Ada Lovelace was born in 1815, and died in 1852 from cancer. Ada Lovelace was the daughter of a famous poet Lord Byron and Anabella Millbank, who also enjoyed math. Ada’s parents were divorced right after she was born and was never able to meet her estrange father. However, her father corresponded with her mother on her upbringing. Anabella Millbank, Ada’s mother, did not want her daughter to be a poet like her father and did everything possible, pushed Ada night and day, to learn mathematics.
Even though Ada’s fond interests were elsewhere, her mother diminished those interests until Ada grew a fondness of math, by no choice of her own.
At an early age Ada met with Charles Babbage in London, and with that Ada first learned of the Difference Engine. This is when Ada Lovelace’s eyes grew with enormous content, interest, and enthusiasm of the invention, which was later known as the Analytical Engine. In her twenties, Ada married her husband (several years her age) Earl William King and soon after, she bore three children.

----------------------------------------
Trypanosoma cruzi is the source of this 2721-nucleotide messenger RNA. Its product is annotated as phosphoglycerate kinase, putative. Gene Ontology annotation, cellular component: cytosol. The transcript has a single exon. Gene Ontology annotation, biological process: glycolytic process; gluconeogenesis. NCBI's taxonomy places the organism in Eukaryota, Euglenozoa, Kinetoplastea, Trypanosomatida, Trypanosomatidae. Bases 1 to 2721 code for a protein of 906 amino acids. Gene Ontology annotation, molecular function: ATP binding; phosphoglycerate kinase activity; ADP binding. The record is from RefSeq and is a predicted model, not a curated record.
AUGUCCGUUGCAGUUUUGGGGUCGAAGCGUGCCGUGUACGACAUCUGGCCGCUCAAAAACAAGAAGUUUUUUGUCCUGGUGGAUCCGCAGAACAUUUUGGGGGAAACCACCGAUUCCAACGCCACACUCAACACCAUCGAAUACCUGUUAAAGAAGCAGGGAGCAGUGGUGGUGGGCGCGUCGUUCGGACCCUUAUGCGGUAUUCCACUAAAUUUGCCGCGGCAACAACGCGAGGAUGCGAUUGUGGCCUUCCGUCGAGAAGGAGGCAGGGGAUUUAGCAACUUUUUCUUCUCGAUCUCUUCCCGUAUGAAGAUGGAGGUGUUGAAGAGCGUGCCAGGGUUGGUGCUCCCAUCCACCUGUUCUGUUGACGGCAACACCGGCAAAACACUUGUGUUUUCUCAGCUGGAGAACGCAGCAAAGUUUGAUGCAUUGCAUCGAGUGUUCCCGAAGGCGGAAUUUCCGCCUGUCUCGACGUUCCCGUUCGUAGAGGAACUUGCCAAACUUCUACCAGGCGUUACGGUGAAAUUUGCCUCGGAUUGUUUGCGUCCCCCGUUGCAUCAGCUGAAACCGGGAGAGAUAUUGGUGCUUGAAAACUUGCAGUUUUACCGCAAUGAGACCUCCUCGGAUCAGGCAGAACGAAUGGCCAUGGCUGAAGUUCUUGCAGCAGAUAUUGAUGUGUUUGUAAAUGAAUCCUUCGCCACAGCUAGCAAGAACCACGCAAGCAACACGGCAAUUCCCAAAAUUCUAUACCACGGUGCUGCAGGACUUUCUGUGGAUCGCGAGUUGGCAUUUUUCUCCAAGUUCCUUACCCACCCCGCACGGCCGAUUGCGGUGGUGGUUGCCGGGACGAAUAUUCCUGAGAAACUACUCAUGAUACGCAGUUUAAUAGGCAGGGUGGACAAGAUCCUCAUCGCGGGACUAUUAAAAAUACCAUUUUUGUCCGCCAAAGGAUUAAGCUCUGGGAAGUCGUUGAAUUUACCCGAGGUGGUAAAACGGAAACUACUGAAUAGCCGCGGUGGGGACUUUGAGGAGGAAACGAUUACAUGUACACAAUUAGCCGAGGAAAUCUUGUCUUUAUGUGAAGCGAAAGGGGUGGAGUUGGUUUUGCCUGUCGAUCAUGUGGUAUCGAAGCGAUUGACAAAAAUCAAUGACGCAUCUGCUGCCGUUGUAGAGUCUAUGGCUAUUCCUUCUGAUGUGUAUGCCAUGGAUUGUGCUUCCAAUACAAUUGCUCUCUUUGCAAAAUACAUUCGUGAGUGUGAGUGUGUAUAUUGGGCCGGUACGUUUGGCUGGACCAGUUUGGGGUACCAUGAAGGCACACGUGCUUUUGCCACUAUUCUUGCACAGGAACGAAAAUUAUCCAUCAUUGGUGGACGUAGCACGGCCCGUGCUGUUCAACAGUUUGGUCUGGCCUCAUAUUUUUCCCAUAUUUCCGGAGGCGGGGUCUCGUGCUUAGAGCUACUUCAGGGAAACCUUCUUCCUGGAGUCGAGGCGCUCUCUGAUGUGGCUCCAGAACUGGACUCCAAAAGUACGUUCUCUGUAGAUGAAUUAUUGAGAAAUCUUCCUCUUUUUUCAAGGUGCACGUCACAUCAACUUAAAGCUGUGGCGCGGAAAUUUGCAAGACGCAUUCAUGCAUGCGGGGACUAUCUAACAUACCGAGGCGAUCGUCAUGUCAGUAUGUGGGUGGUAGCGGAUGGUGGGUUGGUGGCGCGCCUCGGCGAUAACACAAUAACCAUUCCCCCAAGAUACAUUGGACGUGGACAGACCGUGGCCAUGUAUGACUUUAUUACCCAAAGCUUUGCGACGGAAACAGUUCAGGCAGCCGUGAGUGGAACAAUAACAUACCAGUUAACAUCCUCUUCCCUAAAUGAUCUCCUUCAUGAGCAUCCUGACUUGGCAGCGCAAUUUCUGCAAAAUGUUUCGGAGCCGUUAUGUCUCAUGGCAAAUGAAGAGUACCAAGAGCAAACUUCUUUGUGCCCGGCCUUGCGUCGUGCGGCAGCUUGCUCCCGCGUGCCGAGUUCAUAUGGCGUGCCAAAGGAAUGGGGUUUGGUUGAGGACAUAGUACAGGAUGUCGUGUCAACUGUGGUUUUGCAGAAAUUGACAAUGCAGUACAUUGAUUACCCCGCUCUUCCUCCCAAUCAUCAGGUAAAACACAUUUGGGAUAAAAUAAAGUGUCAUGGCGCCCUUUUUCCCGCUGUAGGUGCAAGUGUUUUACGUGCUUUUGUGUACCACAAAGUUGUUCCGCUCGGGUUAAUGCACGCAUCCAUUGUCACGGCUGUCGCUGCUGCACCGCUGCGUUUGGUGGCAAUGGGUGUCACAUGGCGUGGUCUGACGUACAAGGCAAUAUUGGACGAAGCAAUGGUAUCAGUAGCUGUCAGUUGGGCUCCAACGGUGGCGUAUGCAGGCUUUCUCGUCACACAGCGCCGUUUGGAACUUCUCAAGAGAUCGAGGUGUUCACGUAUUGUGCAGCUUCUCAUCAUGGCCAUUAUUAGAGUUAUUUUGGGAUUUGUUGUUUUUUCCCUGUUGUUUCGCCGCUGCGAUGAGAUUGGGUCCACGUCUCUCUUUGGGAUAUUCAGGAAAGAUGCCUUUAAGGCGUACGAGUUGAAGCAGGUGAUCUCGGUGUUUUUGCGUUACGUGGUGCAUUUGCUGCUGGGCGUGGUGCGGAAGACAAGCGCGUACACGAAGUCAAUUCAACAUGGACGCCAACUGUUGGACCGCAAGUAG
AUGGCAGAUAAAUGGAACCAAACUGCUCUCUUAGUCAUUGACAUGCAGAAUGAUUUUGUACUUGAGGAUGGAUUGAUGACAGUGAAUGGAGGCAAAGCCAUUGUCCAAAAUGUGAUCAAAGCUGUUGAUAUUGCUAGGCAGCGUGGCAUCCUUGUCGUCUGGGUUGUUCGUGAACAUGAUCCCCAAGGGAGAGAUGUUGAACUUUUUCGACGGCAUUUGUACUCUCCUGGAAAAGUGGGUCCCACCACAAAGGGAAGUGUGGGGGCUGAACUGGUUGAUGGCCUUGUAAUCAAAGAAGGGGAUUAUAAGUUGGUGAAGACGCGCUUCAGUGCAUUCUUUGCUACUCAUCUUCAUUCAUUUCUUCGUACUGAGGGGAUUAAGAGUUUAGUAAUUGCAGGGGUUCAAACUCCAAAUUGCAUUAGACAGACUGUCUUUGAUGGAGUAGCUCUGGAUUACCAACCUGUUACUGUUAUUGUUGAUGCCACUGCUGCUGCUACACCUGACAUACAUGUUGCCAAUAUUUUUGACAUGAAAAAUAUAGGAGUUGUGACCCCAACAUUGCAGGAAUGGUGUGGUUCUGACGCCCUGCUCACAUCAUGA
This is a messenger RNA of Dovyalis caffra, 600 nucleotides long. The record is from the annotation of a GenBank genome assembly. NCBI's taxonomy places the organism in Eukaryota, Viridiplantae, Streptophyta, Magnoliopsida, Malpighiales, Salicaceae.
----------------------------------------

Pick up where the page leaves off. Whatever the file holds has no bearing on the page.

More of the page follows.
After having her children she became engrossed and focused on the formulation of the Analytical Engine, which took several years of extensive work, which she loved.
Ada composed a “plan for how the engine might calculate Bernoulli numbers. This plan is now regarded as the first “computer program” (Larry Riddle, p. 1). Ada became ill and was diagnosed with cancer of the uterus and died at an early age, like her father, right after her accomplishments.
Ada’s achievement was shown in her “notes” on Charles Babbage’s Analytical Engine, which was finally acknowledged and “became reality in the 20th century computers which earned her a place in the history of mathematics and computer science” (Britannica Concise Encyclopedia, p. 6).